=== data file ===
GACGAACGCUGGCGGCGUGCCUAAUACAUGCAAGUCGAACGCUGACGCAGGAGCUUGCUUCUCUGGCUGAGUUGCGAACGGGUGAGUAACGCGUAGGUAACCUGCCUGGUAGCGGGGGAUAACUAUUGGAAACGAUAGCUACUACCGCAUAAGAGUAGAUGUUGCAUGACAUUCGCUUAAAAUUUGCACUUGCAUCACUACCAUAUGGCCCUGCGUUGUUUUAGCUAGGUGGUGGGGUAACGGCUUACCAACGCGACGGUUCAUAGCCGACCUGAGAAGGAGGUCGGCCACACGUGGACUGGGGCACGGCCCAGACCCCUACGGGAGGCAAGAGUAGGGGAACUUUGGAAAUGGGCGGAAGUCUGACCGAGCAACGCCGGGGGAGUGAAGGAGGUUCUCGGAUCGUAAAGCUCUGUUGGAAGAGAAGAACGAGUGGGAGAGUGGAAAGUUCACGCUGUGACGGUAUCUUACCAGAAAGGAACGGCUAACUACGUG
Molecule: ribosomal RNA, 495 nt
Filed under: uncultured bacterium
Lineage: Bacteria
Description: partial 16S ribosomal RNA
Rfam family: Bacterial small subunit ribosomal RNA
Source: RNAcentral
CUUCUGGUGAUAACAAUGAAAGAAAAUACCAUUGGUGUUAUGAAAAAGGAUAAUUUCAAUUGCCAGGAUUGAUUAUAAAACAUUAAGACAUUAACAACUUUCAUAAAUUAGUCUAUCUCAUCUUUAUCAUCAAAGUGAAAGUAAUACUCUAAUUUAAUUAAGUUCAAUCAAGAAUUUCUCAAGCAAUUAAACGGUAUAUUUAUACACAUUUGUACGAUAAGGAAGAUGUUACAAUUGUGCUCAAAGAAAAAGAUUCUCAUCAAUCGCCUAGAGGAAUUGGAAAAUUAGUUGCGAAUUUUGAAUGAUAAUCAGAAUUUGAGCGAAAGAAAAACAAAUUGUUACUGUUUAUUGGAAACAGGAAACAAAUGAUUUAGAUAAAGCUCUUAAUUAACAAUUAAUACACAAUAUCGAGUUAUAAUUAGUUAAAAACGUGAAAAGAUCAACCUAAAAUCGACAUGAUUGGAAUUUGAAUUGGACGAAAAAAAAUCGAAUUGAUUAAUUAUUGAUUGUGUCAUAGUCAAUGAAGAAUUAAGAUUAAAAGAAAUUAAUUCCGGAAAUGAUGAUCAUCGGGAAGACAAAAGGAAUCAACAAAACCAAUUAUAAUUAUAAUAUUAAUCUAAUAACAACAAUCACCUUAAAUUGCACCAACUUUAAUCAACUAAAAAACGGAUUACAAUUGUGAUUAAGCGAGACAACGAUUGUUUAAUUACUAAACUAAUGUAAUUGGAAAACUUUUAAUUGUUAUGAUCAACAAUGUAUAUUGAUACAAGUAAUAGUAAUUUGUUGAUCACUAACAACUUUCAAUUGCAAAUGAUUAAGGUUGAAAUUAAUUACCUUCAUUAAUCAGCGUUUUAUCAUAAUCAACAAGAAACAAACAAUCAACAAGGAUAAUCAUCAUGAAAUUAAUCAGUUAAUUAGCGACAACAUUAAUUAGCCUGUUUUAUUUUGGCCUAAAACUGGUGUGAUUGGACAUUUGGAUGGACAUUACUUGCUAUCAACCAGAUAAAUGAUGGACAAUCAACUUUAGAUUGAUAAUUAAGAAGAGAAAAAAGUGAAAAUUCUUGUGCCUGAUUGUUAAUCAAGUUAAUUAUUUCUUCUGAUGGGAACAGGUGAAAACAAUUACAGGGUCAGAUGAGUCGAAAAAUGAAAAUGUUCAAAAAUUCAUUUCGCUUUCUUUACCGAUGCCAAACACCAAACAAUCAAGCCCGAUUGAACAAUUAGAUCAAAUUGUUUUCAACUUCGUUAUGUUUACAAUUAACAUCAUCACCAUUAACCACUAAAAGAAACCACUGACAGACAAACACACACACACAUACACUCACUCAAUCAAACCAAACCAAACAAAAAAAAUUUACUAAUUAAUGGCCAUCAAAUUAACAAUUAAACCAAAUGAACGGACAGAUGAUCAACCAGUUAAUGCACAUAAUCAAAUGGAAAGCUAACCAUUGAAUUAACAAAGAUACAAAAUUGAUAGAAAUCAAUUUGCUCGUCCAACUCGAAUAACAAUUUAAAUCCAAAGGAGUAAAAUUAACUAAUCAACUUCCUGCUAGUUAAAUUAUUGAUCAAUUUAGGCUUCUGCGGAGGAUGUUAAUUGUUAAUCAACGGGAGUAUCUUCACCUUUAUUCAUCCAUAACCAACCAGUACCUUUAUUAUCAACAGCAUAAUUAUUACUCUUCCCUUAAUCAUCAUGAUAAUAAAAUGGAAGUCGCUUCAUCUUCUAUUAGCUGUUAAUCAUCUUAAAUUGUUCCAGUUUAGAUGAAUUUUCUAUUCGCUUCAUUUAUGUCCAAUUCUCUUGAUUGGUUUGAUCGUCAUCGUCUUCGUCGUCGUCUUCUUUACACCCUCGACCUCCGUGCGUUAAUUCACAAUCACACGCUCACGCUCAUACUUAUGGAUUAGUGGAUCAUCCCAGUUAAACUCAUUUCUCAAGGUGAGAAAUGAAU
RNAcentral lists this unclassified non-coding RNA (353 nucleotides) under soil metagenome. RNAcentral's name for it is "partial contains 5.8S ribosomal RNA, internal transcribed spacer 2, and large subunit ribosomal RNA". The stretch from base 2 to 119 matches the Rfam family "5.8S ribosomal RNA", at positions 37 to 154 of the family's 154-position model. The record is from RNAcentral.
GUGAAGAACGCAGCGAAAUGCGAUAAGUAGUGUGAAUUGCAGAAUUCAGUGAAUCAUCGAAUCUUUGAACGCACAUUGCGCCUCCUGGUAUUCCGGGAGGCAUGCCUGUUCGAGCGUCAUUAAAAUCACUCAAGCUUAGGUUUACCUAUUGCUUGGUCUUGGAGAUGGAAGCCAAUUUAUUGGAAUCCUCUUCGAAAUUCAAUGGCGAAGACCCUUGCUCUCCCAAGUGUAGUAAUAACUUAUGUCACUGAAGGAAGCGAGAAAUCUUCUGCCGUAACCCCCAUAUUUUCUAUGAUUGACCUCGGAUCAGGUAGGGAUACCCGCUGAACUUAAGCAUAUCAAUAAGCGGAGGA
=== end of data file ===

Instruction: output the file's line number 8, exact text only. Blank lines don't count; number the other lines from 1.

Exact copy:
CUUCUGGUGAUAACAAUGAAAGAAAAUACCAUUGGUGUUAUGAAAAAGGAUAAUUUCAAUUGCCAGGAUUGAUUAUAAAACAUUAAGACAUUAACAACUUUCAUAAAUUAGUCUAUCUCAUCUUUAUCAUCAAAGUGAAAGUAAUACUCUAAUUUAAUUAAGUUCAAUCAAGAAUUUCUCAAGCAAUUAAACGGUAUAUUUAUACACAUUUGUACGAUAAGGAAGAUGUUACAAUUGUGCUCAAAGAAAAAGAUUCUCAUCAAUCGCCUAGAGGAAUUGGAAAAUUAGUUGCGAAUUUUGAAUGAUAAUCAGAAUUUGAGCGAAAGAAAAACAAAUUGUUACUGUUUAUUGGAAACAGGAAACAAAUGAUUUAGAUAAAGCUCUUAAUUAACAAUUAAUACACAAUAUCGAGUUAUAAUUAGUUAAAAACGUGAAAAGAUCAACCUAAAAUCGACAUGAUUGGAAUUUGAAUUGGACGAAAAAAAAUCGAAUUGAUUAAUUAUUGAUUGUGUCAUAGUCAAUGAAGAAUUAAGAUUAAAAGAAAUUAAUUCCGGAAAUGAUGAUCAUCGGGAAGACAAAAGGAAUCAACAAAACCAAUUAUAAUUAUAAUAUUAAUCUAAUAACAACAAUCACCUUAAAUUGCACCAACUUUAAUCAACUAAAAAACGGAUUACAAUUGUGAUUAAGCGAGACAACGAUUGUUUAAUUACUAAACUAAUGUAAUUGGAAAACUUUUAAUUGUUAUGAUCAACAAUGUAUAUUGAUACAAGUAAUAGUAAUUUGUUGAUCACUAACAACUUUCAAUUGCAAAUGAUUAAGGUUGAAAUUAAUUACCUUCAUUAAUCAGCGUUUUAUCAUAAUCAACAAGAAACAAACAAUCAACAAGGAUAAUCAUCAUGAAAUUAAUCAGUUAAUUAGCGACAACAUUAAUUAGCCUGUUUUAUUUUGGCCUAAAACUGGUGUGAUUGGACAUUUGGAUGGACAUUACUUGCUAUCAACCAGAUAAAUGAUGGACAAUCAACUUUAGAUUGAUAAUUAAGAAGAGAAAAAAGUGAAAAUUCUUGUGCCUGAUUGUUAAUCAAGUUAAUUAUUUCUUCUGAUGGGAACAGGUGAAAACAAUUACAGGGUCAGAUGAGUCGAAAAAUGAAAAUGUUCAAAAAUUCAUUUCGCUUUCUUUACCGAUGCCAAACACCAAACAAUCAAGCCCGAUUGAACAAUUAGAUCAAAUUGUUUUCAACUUCGUUAUGUUUACAAUUAACAUCAUCACCAUUAACCACUAAAAGAAACCACUGACAGACAAACACACACACACAUACACUCACUCAAUCAAACCAAACCAAACAAAAAAAAUUUACUAAUUAAUGGCCAUCAAAUUAACAAUUAAACCAAAUGAACGGACAGAUGAUCAACCAGUUAAUGCACAUAAUCAAAUGGAAAGCUAACCAUUGAAUUAACAAAGAUACAAAAUUGAUAGAAAUCAAUUUGCUCGUCCAACUCGAAUAACAAUUUAAAUCCAAAGGAGUAAAAUUAACUAAUCAACUUCCUGCUAGUUAAAUUAUUGAUCAAUUUAGGCUUCUGCGGAGGAUGUUAAUUGUUAAUCAACGGGAGUAUCUUCACCUUUAUUCAUCCAUAACCAACCAGUACCUUUAUUAUCAACAGCAUAAUUAUUACUCUUCCCUUAAUCAUCAUGAUAAUAAAAUGGAAGUCGCUUCAUCUUCUAUUAGCUGUUAAUCAUCUUAAAUUGUUCCAGUUUAGAUGAAUUUUCUAUUCGCUUCAUUUAUGUCCAAUUCUCUUGAUUGGUUUGAUCGUCAUCGUCUUCGUCGUCGUCUUCUUUACACCCUCGACCUCCGUGCGUUAAUUCACAAUCACACGCUCACGCUCAUACUUAUGGAUUAGUGGAUCAUCCCAGUUAAACUCAUUUCUCAAGGUGAGAAAUGAAU